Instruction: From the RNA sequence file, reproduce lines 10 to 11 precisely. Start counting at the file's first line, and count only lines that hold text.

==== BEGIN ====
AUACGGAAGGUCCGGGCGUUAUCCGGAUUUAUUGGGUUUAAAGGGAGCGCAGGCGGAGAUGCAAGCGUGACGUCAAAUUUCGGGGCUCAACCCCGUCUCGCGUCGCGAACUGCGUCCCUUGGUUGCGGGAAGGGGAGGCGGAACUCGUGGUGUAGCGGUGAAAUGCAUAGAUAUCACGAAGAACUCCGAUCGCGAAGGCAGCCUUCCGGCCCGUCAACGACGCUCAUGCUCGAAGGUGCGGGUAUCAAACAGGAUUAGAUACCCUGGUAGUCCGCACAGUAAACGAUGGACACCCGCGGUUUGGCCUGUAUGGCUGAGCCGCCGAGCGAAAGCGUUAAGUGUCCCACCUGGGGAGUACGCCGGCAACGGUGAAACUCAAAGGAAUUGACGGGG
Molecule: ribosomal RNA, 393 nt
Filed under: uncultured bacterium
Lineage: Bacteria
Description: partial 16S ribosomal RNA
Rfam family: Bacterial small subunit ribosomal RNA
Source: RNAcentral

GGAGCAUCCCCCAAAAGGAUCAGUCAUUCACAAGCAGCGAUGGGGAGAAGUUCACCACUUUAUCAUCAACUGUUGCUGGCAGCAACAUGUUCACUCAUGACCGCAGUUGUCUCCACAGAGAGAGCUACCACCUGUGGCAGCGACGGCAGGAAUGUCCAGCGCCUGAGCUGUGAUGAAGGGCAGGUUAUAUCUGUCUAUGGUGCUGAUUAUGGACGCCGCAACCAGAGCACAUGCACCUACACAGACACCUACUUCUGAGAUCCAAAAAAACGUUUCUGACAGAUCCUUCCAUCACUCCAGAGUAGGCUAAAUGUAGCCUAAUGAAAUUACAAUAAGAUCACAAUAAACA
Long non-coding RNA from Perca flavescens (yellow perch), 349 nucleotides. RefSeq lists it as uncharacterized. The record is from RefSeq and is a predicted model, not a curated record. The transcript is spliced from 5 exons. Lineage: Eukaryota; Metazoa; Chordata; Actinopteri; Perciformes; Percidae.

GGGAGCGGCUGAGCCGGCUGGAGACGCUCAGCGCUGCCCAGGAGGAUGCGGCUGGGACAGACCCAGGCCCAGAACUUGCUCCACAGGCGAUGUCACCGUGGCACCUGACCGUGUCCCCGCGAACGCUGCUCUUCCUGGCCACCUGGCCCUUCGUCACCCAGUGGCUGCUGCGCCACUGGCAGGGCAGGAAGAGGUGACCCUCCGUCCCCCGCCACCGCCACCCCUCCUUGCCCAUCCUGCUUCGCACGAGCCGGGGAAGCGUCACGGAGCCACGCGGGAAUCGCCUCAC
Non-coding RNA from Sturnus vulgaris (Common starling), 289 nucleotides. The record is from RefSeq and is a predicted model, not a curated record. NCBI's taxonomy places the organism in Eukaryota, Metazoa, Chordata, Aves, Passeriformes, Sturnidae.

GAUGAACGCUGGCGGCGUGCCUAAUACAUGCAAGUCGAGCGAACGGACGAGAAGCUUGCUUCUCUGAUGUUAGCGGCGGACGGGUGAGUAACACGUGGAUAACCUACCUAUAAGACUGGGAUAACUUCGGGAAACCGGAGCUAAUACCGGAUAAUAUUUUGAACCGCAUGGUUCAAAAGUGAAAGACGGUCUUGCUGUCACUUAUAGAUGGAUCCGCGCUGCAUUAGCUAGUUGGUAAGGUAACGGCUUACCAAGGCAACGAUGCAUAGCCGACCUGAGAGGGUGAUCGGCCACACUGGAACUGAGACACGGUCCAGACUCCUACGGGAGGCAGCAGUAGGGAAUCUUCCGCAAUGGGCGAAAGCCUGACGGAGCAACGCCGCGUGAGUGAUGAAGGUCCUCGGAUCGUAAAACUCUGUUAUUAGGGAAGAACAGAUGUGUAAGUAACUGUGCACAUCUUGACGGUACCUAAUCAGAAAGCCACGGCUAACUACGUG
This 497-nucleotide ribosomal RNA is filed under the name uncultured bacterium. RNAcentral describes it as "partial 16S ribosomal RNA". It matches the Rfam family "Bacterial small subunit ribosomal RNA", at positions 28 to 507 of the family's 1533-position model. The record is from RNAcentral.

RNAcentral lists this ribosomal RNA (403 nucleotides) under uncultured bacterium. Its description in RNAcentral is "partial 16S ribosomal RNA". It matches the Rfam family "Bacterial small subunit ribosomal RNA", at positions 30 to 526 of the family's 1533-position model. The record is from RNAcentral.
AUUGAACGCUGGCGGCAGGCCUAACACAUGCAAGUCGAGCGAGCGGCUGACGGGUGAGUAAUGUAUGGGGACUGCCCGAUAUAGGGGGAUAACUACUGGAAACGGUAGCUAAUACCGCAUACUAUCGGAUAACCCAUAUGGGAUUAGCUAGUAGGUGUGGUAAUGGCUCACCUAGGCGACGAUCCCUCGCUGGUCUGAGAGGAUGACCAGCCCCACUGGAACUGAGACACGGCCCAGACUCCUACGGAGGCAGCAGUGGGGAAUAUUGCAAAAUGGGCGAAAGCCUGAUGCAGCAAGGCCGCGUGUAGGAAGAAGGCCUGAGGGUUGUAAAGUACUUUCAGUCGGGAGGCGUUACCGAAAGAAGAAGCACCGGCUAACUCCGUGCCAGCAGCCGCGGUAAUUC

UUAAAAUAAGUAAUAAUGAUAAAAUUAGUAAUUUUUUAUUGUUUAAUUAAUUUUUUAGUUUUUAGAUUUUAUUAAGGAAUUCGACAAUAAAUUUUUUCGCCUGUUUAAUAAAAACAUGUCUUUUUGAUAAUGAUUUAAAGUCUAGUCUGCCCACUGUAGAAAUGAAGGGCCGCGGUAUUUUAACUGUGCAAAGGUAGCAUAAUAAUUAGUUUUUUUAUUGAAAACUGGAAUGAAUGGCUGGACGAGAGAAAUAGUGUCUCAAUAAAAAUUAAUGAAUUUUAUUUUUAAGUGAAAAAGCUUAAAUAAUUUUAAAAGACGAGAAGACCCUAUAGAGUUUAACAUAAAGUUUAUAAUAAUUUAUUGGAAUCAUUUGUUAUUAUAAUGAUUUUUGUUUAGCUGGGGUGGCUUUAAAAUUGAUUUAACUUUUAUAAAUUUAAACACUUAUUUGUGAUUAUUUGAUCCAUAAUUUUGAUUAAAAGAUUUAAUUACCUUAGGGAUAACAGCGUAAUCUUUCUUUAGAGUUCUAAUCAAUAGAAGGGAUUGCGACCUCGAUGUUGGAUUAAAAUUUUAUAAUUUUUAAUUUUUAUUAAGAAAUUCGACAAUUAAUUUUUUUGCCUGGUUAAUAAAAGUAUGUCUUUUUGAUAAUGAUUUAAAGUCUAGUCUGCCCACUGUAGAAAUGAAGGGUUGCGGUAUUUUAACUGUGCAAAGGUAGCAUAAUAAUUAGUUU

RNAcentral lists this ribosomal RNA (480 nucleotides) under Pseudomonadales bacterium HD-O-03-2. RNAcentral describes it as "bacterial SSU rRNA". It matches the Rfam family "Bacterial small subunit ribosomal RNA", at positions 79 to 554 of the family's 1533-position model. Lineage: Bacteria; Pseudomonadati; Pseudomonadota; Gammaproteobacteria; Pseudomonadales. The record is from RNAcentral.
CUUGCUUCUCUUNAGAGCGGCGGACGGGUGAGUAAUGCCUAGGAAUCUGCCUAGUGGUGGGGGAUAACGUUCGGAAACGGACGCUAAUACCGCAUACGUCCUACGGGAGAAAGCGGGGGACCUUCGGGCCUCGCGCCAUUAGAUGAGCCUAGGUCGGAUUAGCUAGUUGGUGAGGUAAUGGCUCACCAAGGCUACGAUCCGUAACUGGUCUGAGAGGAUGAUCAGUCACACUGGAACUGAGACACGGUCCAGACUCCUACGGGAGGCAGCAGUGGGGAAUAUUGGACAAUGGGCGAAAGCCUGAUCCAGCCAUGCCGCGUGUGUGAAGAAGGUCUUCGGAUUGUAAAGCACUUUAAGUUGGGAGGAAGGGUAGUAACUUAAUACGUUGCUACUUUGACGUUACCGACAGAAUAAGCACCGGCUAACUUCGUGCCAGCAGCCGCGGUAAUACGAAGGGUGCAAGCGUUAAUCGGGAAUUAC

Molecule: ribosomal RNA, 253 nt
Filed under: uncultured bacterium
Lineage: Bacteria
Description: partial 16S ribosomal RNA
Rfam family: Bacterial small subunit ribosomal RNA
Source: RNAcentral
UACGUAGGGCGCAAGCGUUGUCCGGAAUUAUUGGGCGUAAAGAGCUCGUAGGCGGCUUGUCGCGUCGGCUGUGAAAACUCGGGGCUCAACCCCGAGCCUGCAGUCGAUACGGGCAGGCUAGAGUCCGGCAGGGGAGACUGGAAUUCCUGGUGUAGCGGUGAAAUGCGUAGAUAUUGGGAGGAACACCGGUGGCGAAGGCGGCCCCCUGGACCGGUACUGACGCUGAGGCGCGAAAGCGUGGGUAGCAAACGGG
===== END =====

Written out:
GGGAGCGGCUGAGCCGGCUGGAGACGCUCAGCGCUGCCCAGGAGGAUGCGGCUGGGACAGACCCAGGCCCAGAACUUGCUCCACAGGCGAUGUCACCGUGGCACCUGACCGUGUCCCCGCGAACGCUGCUCUUCCUGGCCACCUGGCCCUUCGUCACCCAGUGGCUGCUGCGCCACUGGCAGGGCAGGAAGAGGUGACCCUCCGUCCCCCGCCACCGCCACCCCUCCUUGCCCAUCCUGCUUCGCACGAGCCGGGGAAGCGUCACGGAGCCACGCGGGAAUCGCCUCAC
Non-coding RNA from Sturnus vulgaris (Common starling), 289 nucleotides. The record is from RefSeq and is a predicted model, not a curated record. NCBI's taxonomy places the organism in Eukaryota, Metazoa, Chordata, Aves, Passeriformes, Sturnidae.